We reckon the Renault’s glovebox could be the most useless in the world, and we continue to be mind-boggled by the insistence on having the cruise control switch between the seats. And yes, because French car the cupholders are a bit shallow, too. But the loose item storage is otherwise quite good, including fine door pocket storage.
The occupant space in the back is not exemplary, but it is certainly adequate, with fine legroom and enough space for two adults in the back, so long as they aren't too tall – headroom can be tight for those above six-feet. There are rear air vents, and the usual child-seat attachments (dual ISOFIX and three top-tether).
And, of course, there’s that huge boot – though it doesn’t have flat folding rear seats, so when loading in long items you’d want to be wary of the potential for snags.
Because it’s a modern European car, the engine has been downsized to meet strict emissions regulations, with a teeny-weeny 1.2-litre four-cylinder turbocharged mill under the shapely bonnet of the Megane.
It’s the same powerplant seen in the hatch models in the lower grades, and has a small-by-class-standards 97kW of power (at 5500rpm) and 205Nm of torque (at 2000rpm). Taking care of gearshifts is what Renault labels an EDC – electronic dual-clutch – seven-speed automatic transmission.
That transmission… well, when a fellow tester, who spent a night with the car (thus an hour in peak traffic to home and then the office), returned the next day with the description “I think it must be broken”, you know it’s not the ideal situation.
And the reasoning behind that assessment was the fact the dual-clutch isn’t as precise or rapid-fire in its shifts as we’ve come to expect from that type of transmission. In fact, it can slur its shifts, and it is particularly lurchy, verging on unlikable, at low speeds in stop-start traffic, with some noticeable turbo lag before you push away from a stop sign or red light. The wheels will easily spin if you've got steering lock applied, too, but the Megane is not on its own in that regard.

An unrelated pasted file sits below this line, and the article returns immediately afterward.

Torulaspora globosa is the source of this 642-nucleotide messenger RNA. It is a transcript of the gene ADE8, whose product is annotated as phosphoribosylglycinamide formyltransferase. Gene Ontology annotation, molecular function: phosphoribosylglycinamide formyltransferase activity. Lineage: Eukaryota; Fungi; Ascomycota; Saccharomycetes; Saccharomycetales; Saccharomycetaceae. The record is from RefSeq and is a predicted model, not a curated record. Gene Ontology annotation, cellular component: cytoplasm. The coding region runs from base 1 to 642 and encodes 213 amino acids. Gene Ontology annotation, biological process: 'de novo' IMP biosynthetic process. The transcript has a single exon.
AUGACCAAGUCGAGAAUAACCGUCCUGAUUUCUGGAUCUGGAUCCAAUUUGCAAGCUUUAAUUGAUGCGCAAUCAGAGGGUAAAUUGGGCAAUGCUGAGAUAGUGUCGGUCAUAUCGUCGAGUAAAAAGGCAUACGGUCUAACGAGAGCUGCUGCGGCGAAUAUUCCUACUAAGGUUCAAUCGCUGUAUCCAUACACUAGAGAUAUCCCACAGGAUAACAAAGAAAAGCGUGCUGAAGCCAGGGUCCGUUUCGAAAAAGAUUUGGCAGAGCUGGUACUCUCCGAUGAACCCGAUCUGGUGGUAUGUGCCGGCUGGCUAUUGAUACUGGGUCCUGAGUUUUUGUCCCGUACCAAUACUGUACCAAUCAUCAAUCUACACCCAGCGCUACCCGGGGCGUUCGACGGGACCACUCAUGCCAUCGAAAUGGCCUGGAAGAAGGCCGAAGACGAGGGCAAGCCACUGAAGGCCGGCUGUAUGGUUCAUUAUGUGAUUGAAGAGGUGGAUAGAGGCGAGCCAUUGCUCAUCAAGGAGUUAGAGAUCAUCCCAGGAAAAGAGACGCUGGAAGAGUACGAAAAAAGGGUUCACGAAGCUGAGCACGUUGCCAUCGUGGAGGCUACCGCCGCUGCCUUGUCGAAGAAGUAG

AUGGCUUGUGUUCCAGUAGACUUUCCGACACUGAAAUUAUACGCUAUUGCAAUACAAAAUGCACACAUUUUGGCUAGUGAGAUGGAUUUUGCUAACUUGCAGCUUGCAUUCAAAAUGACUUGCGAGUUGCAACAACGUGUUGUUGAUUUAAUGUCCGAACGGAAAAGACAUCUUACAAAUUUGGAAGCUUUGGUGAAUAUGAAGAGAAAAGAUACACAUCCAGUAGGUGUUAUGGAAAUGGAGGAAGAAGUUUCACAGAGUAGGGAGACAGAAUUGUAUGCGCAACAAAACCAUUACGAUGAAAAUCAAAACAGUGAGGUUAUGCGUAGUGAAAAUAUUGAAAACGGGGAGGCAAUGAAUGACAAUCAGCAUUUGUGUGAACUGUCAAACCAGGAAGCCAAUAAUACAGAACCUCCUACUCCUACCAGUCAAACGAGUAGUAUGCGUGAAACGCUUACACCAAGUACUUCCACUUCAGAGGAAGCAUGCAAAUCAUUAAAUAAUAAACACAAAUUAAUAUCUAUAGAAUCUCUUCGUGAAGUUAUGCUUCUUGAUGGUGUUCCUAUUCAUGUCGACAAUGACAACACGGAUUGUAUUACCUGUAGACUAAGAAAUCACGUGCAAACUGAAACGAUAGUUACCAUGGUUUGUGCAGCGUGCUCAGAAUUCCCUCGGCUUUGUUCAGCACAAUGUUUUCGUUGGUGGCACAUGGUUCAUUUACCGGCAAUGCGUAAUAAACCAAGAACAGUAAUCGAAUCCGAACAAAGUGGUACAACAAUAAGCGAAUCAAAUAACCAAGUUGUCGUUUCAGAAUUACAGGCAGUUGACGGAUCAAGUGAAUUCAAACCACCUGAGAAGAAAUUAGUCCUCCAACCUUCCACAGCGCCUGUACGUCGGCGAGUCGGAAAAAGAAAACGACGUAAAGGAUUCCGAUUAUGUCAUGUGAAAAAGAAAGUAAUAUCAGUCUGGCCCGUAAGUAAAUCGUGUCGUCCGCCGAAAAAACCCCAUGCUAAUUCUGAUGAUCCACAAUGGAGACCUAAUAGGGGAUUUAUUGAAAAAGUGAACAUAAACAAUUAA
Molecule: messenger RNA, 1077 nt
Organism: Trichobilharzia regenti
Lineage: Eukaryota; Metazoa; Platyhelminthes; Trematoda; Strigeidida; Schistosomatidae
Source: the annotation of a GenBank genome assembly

That said, at higher speeds – say, during off-peak commuting or country driving – the transmission is really well sorted. It deals with hills (and a relatively lack of pulling power) by cleverly and quietly shuffling between gears to maintain good pace.
Still, we expected better fuel use than we saw. The claim is 6.1 litres per 100km, and ours managed 8.6L/100km with limited, snarly stop-start stuff.
As for the amount of enjoyment behind the wheel? Well, it’s not a thriller of a car, but nor is it terrible to drive. That is to say, it’s no Fluence (the car that preceded the Megane sedan, and it was truly yuck).
The suspension is soft, designed to deal with cobbles and the like, and to a degree it does manage to isolate those in the cabin from the road beneath, but big high-speed bumps unsettle it and you can feel the big 18-inch wheels dropping into potholes and the like. The low-speed ride is soft and supple, comfortable in the way it disposes of ripples and jitters at lower speeds, and well sorted over speed-humps.
The steering is perhaps the Megane's biggest let down. It doesn’t have the innate connectedness you get in many of its competitor cars, with some strange differences to the weighting and reactiveness at speed. It is light and twirl-able around town, though. Or you could just let it do its own twirling by using the semi-automated parking system.
Renault offers a strong long-term ownership plan, with a five-year/unlimited kilometre warranty and five years’ roadside assistance included, and it could prove a good option for distance commuters, with maintenance due every 12 months or 30,000km.
It’s funny that – those long intervals – because it’s fair to say I was considerably more impressed with this car as a freeway commuter than a corner-carver or peak-hour punching bag. If you’re in the market for that kind of car, this could well be worth a look.